Figure out how many nodes are on your site and familiarize yourself with how and where they are used. Find out how many different content types you have and make note of diverse custom fields. The more types of content, the more complex your site translation will be. It’s also important to know how many languages are currently on the site, so check your node language settings. If they aren’t set up correctly, it can lead to translation barriers down the road.

    Step 4: Rein In Your Modules

    Find out how many modules are installed on your site. For multilingual, the fewer modules installed, the better! When it comes to contributed modules, you’ve got to rein them in. Too many modules can compromise functionality and interfere with site translation. Limit your modules to those that you really need and use. It’s best to have as few as you can (under 200). Be sure to code review your custom modules to ensure all strings are properly wrapped in t() functions.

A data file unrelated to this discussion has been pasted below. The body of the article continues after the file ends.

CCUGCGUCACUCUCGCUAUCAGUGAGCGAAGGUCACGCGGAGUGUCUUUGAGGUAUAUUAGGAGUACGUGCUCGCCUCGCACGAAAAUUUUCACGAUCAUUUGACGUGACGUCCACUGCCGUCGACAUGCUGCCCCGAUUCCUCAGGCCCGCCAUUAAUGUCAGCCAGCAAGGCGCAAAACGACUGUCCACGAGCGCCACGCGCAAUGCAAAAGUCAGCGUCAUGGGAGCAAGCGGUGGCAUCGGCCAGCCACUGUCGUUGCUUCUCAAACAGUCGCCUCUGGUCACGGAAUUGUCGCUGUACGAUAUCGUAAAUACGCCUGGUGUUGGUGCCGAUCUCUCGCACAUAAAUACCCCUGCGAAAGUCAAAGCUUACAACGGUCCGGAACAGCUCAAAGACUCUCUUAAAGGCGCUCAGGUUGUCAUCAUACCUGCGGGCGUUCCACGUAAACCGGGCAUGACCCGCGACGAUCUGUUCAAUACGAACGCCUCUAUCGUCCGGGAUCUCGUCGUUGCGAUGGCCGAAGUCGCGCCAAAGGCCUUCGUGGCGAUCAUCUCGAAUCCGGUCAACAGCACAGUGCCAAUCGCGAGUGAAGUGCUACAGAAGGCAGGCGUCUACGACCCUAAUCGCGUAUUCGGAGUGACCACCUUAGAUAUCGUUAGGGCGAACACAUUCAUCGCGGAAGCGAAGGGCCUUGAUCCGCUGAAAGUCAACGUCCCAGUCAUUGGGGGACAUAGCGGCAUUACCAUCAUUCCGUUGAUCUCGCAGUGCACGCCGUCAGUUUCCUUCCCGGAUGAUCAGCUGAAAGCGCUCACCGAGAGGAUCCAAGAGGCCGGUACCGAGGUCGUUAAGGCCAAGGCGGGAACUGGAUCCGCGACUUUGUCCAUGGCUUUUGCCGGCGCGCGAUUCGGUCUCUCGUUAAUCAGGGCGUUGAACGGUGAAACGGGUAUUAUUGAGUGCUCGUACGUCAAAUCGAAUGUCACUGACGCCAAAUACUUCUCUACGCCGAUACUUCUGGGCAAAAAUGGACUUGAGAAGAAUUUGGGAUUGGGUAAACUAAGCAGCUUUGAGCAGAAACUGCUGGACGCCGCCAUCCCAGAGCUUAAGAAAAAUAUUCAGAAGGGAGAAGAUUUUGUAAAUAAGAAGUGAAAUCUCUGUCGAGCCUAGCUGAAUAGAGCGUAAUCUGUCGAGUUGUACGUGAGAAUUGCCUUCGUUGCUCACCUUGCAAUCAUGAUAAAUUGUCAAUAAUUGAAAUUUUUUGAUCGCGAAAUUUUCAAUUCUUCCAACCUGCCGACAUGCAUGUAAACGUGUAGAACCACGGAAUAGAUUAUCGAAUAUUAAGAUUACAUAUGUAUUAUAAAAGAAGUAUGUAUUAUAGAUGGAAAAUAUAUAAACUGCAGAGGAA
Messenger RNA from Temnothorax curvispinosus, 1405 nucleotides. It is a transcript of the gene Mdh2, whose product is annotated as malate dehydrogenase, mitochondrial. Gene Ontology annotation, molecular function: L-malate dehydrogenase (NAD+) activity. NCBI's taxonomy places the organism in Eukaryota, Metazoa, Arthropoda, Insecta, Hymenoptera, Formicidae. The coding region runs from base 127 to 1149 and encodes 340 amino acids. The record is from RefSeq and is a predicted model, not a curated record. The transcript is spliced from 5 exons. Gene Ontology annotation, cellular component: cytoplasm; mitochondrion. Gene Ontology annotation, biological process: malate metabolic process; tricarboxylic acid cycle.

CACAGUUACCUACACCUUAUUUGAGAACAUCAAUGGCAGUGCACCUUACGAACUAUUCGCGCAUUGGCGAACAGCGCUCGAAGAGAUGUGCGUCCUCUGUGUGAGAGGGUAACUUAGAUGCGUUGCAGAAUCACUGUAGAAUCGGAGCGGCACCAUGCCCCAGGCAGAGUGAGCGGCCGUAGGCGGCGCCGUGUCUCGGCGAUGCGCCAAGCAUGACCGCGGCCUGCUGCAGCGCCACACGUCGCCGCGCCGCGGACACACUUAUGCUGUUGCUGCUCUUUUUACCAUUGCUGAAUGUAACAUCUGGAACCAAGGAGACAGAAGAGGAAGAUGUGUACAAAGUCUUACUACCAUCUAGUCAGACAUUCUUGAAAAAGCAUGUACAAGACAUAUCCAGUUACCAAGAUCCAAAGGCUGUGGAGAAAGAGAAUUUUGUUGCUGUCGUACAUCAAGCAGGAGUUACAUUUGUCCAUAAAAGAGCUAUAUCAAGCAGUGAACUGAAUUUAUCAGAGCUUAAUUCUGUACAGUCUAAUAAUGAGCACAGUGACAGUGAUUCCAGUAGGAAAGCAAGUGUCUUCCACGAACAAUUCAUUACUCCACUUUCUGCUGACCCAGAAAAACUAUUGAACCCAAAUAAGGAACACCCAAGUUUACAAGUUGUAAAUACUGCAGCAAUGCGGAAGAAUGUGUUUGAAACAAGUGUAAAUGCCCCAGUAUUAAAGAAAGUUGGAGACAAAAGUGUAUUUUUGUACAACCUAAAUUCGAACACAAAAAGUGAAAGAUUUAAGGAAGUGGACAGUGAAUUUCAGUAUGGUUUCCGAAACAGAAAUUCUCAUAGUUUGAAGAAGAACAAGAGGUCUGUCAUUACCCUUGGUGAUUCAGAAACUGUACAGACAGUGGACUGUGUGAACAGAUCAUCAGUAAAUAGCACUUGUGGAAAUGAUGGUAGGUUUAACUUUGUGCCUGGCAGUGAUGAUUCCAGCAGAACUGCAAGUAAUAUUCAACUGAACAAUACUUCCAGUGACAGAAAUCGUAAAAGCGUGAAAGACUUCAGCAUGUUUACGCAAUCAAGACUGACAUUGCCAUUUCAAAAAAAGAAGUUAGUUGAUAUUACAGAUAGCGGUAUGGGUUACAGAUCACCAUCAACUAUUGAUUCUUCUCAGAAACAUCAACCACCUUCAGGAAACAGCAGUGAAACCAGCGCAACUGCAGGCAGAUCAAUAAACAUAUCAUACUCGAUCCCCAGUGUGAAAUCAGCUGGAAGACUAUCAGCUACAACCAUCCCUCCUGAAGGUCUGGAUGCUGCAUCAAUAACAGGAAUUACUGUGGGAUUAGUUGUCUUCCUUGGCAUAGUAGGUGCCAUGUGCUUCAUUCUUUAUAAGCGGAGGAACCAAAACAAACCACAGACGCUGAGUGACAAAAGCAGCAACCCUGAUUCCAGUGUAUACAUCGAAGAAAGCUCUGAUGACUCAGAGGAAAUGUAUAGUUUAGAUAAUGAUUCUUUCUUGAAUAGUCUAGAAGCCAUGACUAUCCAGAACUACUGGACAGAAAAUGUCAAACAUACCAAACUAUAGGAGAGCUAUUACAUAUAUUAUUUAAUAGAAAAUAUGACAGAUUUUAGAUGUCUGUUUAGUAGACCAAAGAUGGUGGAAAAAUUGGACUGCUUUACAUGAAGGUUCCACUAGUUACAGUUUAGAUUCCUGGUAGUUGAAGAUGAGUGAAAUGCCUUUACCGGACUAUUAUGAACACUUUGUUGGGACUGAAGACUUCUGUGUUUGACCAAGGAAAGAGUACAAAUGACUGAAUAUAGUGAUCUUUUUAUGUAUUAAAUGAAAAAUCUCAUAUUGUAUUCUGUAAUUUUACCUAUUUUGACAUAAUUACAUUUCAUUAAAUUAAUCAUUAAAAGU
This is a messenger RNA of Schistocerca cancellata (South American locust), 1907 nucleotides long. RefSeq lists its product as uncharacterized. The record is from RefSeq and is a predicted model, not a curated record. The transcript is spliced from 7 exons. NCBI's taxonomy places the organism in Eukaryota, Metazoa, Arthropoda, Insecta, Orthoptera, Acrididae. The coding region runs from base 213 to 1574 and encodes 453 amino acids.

Step 5: Examine Potential Trouble Spots

    There are some additional areas that have the potential to become trouble spots. They may not affect large portions of your site, but it’s good to know where you might run into issues. Take a moment to inspect the following areas to ensure your Drupal site’s multilingual readiness:

    • URL Aliases
    • Taxonomy Terms
    • Blocks
    • Fieldable Panels Panes
    • Mini-panels
    • Groups
    • Views